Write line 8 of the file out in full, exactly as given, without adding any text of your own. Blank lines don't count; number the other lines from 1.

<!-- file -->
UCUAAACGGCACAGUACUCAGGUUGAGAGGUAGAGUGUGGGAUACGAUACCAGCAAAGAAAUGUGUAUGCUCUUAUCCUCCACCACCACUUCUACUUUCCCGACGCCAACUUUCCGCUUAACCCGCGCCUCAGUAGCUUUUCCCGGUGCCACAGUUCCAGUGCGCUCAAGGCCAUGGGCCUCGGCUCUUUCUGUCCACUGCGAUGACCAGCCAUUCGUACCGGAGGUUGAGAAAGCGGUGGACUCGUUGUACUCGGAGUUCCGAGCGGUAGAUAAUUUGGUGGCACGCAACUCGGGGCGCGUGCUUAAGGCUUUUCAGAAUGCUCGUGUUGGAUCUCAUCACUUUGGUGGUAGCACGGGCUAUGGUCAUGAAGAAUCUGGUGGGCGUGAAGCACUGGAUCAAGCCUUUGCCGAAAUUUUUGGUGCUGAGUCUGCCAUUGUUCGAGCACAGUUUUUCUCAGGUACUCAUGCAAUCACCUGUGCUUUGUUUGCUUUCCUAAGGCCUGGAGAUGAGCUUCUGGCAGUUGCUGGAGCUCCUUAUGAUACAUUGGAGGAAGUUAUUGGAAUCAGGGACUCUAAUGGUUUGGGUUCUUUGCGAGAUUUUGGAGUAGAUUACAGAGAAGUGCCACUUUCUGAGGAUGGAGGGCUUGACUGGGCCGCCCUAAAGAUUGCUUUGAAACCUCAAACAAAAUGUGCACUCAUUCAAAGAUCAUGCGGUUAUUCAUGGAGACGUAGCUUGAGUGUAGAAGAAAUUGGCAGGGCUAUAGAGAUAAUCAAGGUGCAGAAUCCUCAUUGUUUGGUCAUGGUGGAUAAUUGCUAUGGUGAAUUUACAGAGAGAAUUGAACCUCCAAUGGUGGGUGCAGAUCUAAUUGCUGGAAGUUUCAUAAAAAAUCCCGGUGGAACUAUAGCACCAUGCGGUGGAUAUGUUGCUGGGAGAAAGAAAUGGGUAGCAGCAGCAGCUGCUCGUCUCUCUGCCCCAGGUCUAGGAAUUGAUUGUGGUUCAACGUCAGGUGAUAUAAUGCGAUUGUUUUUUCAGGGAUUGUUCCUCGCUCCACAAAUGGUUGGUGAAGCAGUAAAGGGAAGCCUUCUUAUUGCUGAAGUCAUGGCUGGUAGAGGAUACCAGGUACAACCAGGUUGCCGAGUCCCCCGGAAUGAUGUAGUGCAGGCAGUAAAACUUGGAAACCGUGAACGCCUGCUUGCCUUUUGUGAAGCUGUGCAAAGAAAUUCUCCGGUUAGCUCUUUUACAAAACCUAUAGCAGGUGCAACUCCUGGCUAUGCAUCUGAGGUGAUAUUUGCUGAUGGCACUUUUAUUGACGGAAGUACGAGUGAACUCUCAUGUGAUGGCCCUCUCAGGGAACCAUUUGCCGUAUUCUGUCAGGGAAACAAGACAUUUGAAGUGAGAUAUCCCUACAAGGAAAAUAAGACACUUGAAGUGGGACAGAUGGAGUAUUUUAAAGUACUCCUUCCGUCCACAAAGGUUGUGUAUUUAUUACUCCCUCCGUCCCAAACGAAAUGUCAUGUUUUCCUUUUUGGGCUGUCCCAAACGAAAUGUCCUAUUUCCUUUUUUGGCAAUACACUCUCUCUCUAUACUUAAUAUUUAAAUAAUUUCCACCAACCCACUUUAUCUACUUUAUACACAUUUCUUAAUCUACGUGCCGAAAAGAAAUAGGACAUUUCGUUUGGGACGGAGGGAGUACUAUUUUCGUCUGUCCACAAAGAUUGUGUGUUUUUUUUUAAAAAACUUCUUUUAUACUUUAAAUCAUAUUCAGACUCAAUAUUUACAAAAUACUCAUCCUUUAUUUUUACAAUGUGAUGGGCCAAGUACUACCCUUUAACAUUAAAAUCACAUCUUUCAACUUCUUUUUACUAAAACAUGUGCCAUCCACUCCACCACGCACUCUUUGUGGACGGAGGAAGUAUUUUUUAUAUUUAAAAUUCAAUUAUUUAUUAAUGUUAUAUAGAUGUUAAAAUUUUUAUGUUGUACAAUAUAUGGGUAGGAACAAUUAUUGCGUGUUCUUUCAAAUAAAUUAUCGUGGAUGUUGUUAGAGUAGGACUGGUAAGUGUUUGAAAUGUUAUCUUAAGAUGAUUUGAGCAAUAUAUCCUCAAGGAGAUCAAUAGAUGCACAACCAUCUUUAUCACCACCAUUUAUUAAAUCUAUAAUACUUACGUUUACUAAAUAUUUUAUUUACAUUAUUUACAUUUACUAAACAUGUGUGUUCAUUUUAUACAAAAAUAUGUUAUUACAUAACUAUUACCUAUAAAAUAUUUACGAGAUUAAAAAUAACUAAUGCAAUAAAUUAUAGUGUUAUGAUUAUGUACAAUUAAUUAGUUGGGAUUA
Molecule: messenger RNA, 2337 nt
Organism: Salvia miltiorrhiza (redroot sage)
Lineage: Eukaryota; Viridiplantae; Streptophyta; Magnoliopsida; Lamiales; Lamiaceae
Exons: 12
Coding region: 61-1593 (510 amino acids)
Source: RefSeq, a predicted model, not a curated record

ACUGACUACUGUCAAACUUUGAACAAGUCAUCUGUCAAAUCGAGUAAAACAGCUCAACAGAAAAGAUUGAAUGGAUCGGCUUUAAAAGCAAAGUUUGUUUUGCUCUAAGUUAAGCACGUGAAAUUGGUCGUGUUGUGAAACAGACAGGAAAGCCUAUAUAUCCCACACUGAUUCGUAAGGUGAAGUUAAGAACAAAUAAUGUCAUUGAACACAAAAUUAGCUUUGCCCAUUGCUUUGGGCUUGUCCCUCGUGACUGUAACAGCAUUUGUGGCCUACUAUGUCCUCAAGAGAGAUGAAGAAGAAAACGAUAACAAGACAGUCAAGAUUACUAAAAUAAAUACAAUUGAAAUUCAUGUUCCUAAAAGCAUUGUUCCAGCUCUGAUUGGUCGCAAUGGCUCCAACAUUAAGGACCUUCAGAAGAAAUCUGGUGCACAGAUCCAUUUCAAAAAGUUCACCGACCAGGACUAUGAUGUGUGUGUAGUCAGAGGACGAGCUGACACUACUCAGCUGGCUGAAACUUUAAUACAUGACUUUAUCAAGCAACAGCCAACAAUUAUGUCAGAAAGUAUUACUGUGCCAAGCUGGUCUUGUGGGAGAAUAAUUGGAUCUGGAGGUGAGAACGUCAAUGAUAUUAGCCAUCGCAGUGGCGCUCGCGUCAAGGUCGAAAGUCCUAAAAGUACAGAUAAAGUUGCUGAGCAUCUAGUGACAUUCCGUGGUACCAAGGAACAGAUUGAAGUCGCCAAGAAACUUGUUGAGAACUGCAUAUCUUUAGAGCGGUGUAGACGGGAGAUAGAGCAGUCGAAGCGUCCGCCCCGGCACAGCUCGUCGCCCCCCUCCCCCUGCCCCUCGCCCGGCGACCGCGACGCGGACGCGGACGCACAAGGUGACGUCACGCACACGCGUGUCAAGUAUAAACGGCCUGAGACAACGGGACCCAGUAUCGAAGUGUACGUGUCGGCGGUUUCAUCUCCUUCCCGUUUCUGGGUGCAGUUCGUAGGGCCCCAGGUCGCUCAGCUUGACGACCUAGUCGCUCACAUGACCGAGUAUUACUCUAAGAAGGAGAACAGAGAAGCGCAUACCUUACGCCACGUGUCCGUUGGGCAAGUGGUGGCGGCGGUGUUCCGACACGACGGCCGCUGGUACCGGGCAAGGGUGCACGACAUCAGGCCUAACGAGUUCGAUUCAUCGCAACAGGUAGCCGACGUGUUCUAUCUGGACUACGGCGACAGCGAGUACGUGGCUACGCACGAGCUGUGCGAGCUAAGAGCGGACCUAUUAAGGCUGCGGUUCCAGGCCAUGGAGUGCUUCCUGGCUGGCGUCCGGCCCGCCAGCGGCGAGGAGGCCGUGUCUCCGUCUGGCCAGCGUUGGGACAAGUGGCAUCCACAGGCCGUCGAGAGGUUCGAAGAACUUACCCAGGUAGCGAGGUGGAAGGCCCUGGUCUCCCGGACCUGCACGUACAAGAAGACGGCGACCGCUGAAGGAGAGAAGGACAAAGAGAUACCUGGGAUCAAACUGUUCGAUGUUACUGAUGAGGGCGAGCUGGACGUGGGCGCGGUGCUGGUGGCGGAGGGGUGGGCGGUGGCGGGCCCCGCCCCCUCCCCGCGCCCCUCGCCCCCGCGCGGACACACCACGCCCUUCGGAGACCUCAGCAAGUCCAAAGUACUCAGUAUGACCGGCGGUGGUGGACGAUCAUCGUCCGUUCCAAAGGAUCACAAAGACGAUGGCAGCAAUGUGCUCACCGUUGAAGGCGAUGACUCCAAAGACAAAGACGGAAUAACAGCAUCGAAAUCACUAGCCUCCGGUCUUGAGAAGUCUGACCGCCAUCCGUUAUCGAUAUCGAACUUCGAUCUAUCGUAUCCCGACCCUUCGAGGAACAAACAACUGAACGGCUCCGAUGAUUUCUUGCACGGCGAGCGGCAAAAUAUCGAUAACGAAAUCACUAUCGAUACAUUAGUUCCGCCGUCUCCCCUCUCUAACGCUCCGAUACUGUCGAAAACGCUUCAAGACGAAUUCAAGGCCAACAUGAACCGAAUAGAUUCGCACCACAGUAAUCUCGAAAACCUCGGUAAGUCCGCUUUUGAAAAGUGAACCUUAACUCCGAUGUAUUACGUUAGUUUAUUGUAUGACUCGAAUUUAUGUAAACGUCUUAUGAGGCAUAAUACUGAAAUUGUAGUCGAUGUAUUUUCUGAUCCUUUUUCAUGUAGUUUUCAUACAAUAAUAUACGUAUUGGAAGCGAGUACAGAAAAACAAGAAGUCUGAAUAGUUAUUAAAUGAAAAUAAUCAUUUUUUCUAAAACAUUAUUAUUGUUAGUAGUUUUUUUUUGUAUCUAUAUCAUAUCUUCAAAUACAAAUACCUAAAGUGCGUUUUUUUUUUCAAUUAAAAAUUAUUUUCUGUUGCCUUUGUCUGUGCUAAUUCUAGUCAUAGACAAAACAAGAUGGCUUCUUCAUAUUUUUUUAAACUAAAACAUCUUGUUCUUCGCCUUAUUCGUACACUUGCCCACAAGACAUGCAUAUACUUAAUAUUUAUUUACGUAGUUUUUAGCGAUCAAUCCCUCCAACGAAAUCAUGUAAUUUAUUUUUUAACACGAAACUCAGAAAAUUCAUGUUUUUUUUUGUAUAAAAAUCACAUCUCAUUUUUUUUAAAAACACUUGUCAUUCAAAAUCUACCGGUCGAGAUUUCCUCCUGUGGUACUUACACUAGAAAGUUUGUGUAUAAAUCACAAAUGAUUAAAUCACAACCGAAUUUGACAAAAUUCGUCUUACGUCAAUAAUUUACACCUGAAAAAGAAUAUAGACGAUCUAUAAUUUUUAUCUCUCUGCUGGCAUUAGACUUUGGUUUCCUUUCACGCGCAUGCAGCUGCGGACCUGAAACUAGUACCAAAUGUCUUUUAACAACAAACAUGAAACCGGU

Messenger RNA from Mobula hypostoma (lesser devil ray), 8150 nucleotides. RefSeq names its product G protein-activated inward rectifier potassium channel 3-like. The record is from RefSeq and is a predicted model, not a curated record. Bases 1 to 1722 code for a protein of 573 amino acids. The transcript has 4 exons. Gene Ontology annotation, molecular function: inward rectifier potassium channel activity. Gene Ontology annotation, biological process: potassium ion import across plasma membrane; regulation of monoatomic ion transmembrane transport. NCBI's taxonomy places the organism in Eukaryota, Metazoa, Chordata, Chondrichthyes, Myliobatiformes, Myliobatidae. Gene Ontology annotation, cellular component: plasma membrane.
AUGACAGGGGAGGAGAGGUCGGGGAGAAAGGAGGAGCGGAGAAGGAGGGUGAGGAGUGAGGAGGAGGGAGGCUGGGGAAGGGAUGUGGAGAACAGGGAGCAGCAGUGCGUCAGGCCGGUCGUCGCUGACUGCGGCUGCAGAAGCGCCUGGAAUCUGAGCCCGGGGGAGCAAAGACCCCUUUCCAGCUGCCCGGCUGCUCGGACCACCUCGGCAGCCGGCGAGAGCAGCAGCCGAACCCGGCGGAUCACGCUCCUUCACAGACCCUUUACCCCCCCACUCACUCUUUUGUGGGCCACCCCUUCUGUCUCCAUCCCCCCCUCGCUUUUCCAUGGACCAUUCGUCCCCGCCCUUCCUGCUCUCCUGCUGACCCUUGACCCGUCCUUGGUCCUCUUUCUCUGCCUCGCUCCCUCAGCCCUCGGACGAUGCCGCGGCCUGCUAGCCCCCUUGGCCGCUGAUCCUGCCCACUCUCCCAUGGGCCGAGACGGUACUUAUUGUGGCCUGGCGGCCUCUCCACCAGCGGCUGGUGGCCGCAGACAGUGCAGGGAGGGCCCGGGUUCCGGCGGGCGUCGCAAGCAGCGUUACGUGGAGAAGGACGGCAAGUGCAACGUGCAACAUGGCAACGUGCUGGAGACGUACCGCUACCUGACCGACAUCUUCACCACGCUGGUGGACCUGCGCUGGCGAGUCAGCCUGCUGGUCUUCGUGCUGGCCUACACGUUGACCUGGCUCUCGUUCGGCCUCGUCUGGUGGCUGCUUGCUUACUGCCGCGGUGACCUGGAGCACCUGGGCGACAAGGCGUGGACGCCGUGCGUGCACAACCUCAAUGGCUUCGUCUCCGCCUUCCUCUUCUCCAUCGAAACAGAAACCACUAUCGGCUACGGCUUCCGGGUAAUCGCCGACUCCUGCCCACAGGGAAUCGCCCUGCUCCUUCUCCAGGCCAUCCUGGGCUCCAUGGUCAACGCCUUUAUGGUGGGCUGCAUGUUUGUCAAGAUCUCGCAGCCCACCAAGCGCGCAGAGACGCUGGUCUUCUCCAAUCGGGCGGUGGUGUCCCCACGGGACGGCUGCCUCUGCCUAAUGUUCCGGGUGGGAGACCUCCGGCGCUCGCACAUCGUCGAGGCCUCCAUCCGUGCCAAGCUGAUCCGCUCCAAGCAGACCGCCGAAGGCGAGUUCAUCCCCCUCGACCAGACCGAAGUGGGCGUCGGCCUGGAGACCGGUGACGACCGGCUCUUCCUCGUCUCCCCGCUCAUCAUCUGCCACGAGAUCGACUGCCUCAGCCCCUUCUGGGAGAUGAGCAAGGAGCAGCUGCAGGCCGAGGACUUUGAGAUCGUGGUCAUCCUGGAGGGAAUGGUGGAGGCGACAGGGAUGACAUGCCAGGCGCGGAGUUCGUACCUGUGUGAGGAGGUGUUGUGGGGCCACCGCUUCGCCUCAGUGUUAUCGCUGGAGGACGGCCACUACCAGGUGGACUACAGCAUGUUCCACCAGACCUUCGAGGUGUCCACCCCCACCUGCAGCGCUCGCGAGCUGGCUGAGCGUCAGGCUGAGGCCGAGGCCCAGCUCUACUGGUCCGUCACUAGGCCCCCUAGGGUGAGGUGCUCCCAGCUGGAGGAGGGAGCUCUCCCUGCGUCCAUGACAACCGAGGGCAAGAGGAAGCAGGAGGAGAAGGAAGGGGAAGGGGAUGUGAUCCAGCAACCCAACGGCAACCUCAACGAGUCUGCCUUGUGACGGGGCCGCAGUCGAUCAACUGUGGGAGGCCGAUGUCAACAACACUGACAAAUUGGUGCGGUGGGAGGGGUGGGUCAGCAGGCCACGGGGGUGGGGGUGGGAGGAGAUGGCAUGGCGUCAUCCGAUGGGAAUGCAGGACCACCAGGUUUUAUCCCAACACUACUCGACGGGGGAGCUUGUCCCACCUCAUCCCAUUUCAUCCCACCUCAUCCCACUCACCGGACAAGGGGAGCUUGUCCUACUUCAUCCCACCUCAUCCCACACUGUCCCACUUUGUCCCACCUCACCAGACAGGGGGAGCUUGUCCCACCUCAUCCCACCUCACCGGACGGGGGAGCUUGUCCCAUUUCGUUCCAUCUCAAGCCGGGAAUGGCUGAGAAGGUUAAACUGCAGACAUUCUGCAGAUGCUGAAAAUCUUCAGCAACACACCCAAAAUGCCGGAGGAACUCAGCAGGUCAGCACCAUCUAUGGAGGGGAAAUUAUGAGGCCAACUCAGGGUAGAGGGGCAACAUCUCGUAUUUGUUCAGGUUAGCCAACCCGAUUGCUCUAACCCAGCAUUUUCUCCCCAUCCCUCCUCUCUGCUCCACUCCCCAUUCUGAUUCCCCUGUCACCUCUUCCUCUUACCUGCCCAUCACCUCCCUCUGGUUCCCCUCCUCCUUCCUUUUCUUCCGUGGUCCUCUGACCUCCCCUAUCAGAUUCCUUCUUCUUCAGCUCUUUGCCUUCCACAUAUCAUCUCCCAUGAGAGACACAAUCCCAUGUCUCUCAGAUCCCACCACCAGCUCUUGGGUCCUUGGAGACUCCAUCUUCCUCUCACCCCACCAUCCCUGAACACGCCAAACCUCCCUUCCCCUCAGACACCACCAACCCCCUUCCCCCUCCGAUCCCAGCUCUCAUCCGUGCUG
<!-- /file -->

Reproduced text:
ACUGACUACUGUCAAACUUUGAACAAGUCAUCUGUCAAAUCGAGUAAAACAGCUCAACAGAAAAGAUUGAAUGGAUCGGCUUUAAAAGCAAAGUUUGUUUUGCUCUAAGUUAAGCACGUGAAAUUGGUCGUGUUGUGAAACAGACAGGAAAGCCUAUAUAUCCCACACUGAUUCGUAAGGUGAAGUUAAGAACAAAUAAUGUCAUUGAACACAAAAUUAGCUUUGCCCAUUGCUUUGGGCUUGUCCCUCGUGACUGUAACAGCAUUUGUGGCCUACUAUGUCCUCAAGAGAGAUGAAGAAGAAAACGAUAACAAGACAGUCAAGAUUACUAAAAUAAAUACAAUUGAAAUUCAUGUUCCUAAAAGCAUUGUUCCAGCUCUGAUUGGUCGCAAUGGCUCCAACAUUAAGGACCUUCAGAAGAAAUCUGGUGCACAGAUCCAUUUCAAAAAGUUCACCGACCAGGACUAUGAUGUGUGUGUAGUCAGAGGACGAGCUGACACUACUCAGCUGGCUGAAACUUUAAUACAUGACUUUAUCAAGCAACAGCCAACAAUUAUGUCAGAAAGUAUUACUGUGCCAAGCUGGUCUUGUGGGAGAAUAAUUGGAUCUGGAGGUGAGAACGUCAAUGAUAUUAGCCAUCGCAGUGGCGCUCGCGUCAAGGUCGAAAGUCCUAAAAGUACAGAUAAAGUUGCUGAGCAUCUAGUGACAUUCCGUGGUACCAAGGAACAGAUUGAAGUCGCCAAGAAACUUGUUGAGAACUGCAUAUCUUUAGAGCGGUGUAGACGGGAGAUAGAGCAGUCGAAGCGUCCGCCCCGGCACAGCUCGUCGCCCCCCUCCCCCUGCCCCUCGCCCGGCGACCGCGACGCGGACGCGGACGCACAAGGUGACGUCACGCACACGCGUGUCAAGUAUAAACGGCCUGAGACAACGGGACCCAGUAUCGAAGUGUACGUGUCGGCGGUUUCAUCUCCUUCCCGUUUCUGGGUGCAGUUCGUAGGGCCCCAGGUCGCUCAGCUUGACGACCUAGUCGCUCACAUGACCGAGUAUUACUCUAAGAAGGAGAACAGAGAAGCGCAUACCUUACGCCACGUGUCCGUUGGGCAAGUGGUGGCGGCGGUGUUCCGACACGACGGCCGCUGGUACCGGGCAAGGGUGCACGACAUCAGGCCUAACGAGUUCGAUUCAUCGCAACAGGUAGCCGACGUGUUCUAUCUGGACUACGGCGACAGCGAGUACGUGGCUACGCACGAGCUGUGCGAGCUAAGAGCGGACCUAUUAAGGCUGCGGUUCCAGGCCAUGGAGUGCUUCCUGGCUGGCGUCCGGCCCGCCAGCGGCGAGGAGGCCGUGUCUCCGUCUGGCCAGCGUUGGGACAAGUGGCAUCCACAGGCCGUCGAGAGGUUCGAAGAACUUACCCAGGUAGCGAGGUGGAAGGCCCUGGUCUCCCGGACCUGCACGUACAAGAAGACGGCGACCGCUGAAGGAGAGAAGGACAAAGAGAUACCUGGGAUCAAACUGUUCGAUGUUACUGAUGAGGGCGAGCUGGACGUGGGCGCGGUGCUGGUGGCGGAGGGGUGGGCGGUGGCGGGCCCCGCCCCCUCCCCGCGCCCCUCGCCCCCGCGCGGACACACCACGCCCUUCGGAGACCUCAGCAAGUCCAAAGUACUCAGUAUGACCGGCGGUGGUGGACGAUCAUCGUCCGUUCCAAAGGAUCACAAAGACGAUGGCAGCAAUGUGCUCACCGUUGAAGGCGAUGACUCCAAAGACAAAGACGGAAUAACAGCAUCGAAAUCACUAGCCUCCGGUCUUGAGAAGUCUGACCGCCAUCCGUUAUCGAUAUCGAACUUCGAUCUAUCGUAUCCCGACCCUUCGAGGAACAAACAACUGAACGGCUCCGAUGAUUUCUUGCACGGCGAGCGGCAAAAUAUCGAUAACGAAAUCACUAUCGAUACAUUAGUUCCGCCGUCUCCCCUCUCUAACGCUCCGAUACUGUCGAAAACGCUUCAAGACGAAUUCAAGGCCAACAUGAACCGAAUAGAUUCGCACCACAGUAAUCUCGAAAACCUCGGUAAGUCCGCUUUUGAAAAGUGAACCUUAACUCCGAUGUAUUACGUUAGUUUAUUGUAUGACUCGAAUUUAUGUAAACGUCUUAUGAGGCAUAAUACUGAAAUUGUAGUCGAUGUAUUUUCUGAUCCUUUUUCAUGUAGUUUUCAUACAAUAAUAUACGUAUUGGAAGCGAGUACAGAAAAACAAGAAGUCUGAAUAGUUAUUAAAUGAAAAUAAUCAUUUUUUCUAAAACAUUAUUAUUGUUAGUAGUUUUUUUUUGUAUCUAUAUCAUAUCUUCAAAUACAAAUACCUAAAGUGCGUUUUUUUUUUCAAUUAAAAAUUAUUUUCUGUUGCCUUUGUCUGUGCUAAUUCUAGUCAUAGACAAAACAAGAUGGCUUCUUCAUAUUUUUUUAAACUAAAACAUCUUGUUCUUCGCCUUAUUCGUACACUUGCCCACAAGACAUGCAUAUACUUAAUAUUUAUUUACGUAGUUUUUAGCGAUCAAUCCCUCCAACGAAAUCAUGUAAUUUAUUUUUUAACACGAAACUCAGAAAAUUCAUGUUUUUUUUUGUAUAAAAAUCACAUCUCAUUUUUUUUAAAAACACUUGUCAUUCAAAAUCUACCGGUCGAGAUUUCCUCCUGUGGUACUUACACUAGAAAGUUUGUGUAUAAAUCACAAAUGAUUAAAUCACAACCGAAUUUGACAAAAUUCGUCUUACGUCAAUAAUUUACACCUGAAAAAGAAUAUAGACGAUCUAUAAUUUUUAUCUCUCUGCUGGCAUUAGACUUUGGUUUCCUUUCACGCGCAUGCAGCUGCGGACCUGAAACUAGUACCAAAUGUCUUUUAACAACAAACAUGAAACCGGU